We hold that the arguments Mr. Wheeler raised in his opening brief are frivolous for the reasons stated by the Tax Court. In addition, issues raised by an appellant for the first time on appeal in a reply brief are generally deemed waived, and we will not consider the arguments Mr. Wheeler raised for the first time in his reply brief. See Hill v. Kemp, 478 F.3d 1236, 1250 (10th Cir.2007), cert. denied, --- U.S. ----, 128 S.Ct. 873, 169 L.Ed.2d 725 (2008), --- U.S. ----, 128 S.Ct. 884, 169 L.Ed.2d 725 (2008).
Because we are affirming the Tax Court's decision, we have discretion to award the Commissioner “just damages for his delay, and single or double costs.” 28 U.S.C. § 1912; see Casper v. Comm'r, 805 F.2d 902, 906 (10th Cir.1986).1 And because this appeal is frivolous, we have discretion to require Mr. Wheeler to pay “a penalty” to the Commissioner, see 26 U.S.C. § 7482(c)(4), and we may award the Commissioner “just damages and single or double costs,” Fed. R.App. P. 38; see Casper, 805 F.2d at 906. This court also “has the inherent power to impose sanctions to regulate the docket, promote judicial efficiency and to deter frivolous filings.” Casper, 805 F.2d at 906. The fact that Mr. Wheeler is appearing pro se does not insulate him from the imposition of sanctions. See id.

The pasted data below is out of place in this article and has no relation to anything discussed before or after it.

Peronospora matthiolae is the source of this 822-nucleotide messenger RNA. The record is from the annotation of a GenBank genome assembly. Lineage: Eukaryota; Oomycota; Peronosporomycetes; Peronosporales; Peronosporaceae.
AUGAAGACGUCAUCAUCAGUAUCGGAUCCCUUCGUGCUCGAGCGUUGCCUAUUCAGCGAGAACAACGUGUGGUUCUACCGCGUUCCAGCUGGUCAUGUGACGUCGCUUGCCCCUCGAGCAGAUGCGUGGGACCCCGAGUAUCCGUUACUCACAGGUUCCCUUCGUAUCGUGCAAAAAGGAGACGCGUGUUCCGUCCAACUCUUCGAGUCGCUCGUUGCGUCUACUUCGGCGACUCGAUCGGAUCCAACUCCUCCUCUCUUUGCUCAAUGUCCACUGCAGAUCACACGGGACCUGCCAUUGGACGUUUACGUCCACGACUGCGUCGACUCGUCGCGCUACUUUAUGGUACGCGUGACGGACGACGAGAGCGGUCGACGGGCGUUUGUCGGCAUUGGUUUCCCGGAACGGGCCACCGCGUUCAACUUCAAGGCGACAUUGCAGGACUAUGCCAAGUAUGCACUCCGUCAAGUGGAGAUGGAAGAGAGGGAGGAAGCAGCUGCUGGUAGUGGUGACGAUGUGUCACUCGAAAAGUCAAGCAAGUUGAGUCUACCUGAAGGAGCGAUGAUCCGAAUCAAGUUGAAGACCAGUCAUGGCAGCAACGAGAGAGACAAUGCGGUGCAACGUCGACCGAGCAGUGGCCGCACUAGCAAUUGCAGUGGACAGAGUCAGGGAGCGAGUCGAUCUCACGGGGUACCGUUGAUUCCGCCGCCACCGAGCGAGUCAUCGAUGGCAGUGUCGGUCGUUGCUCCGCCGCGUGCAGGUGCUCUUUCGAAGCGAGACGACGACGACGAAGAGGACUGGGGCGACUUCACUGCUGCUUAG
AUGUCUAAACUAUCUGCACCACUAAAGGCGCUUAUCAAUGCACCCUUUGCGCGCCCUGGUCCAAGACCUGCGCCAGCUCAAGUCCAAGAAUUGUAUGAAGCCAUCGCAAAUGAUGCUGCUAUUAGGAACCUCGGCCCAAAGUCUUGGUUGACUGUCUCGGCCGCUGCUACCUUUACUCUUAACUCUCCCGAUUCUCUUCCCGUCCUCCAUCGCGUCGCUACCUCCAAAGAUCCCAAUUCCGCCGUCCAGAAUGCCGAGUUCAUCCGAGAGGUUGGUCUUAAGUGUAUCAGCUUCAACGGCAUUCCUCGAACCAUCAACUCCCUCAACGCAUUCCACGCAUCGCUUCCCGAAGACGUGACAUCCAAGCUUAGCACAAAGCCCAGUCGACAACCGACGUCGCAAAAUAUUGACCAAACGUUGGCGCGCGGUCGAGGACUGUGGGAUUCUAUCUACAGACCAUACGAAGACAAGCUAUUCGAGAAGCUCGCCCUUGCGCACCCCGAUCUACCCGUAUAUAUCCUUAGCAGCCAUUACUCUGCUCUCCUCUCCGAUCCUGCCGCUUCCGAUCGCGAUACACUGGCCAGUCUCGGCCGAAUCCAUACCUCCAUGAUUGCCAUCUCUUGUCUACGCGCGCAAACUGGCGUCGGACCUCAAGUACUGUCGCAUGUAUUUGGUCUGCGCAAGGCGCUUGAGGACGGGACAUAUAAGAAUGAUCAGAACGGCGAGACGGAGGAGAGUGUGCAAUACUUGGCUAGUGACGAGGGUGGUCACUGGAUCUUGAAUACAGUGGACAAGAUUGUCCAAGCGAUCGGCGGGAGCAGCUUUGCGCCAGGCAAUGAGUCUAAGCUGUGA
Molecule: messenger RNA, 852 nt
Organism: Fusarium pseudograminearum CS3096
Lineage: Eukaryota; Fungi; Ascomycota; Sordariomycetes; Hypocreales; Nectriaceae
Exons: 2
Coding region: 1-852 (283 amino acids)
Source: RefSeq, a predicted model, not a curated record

Although the Commissioner filed a separate motion for sanctions in accordance with Rule 38, we are unpersuaded that he has adequate factual support for the $8,000 lump sum he requests under any of the authorities upon which he relies. Therefore, the motion is denied.
The Tax Court's decision is AFFIRMED. The Commissioner's motion for sanctions is DENIED.
1. All active circuit judges agree that to the extent Casper v. Commissioner, 805 F.2d 902, 906 (10th Cir.1986), purports to require a $1,500 sanction for a frivolous appeal from a Tax Court decision, it is overruled.
PAUL KELLY, JR., Circuit Judge.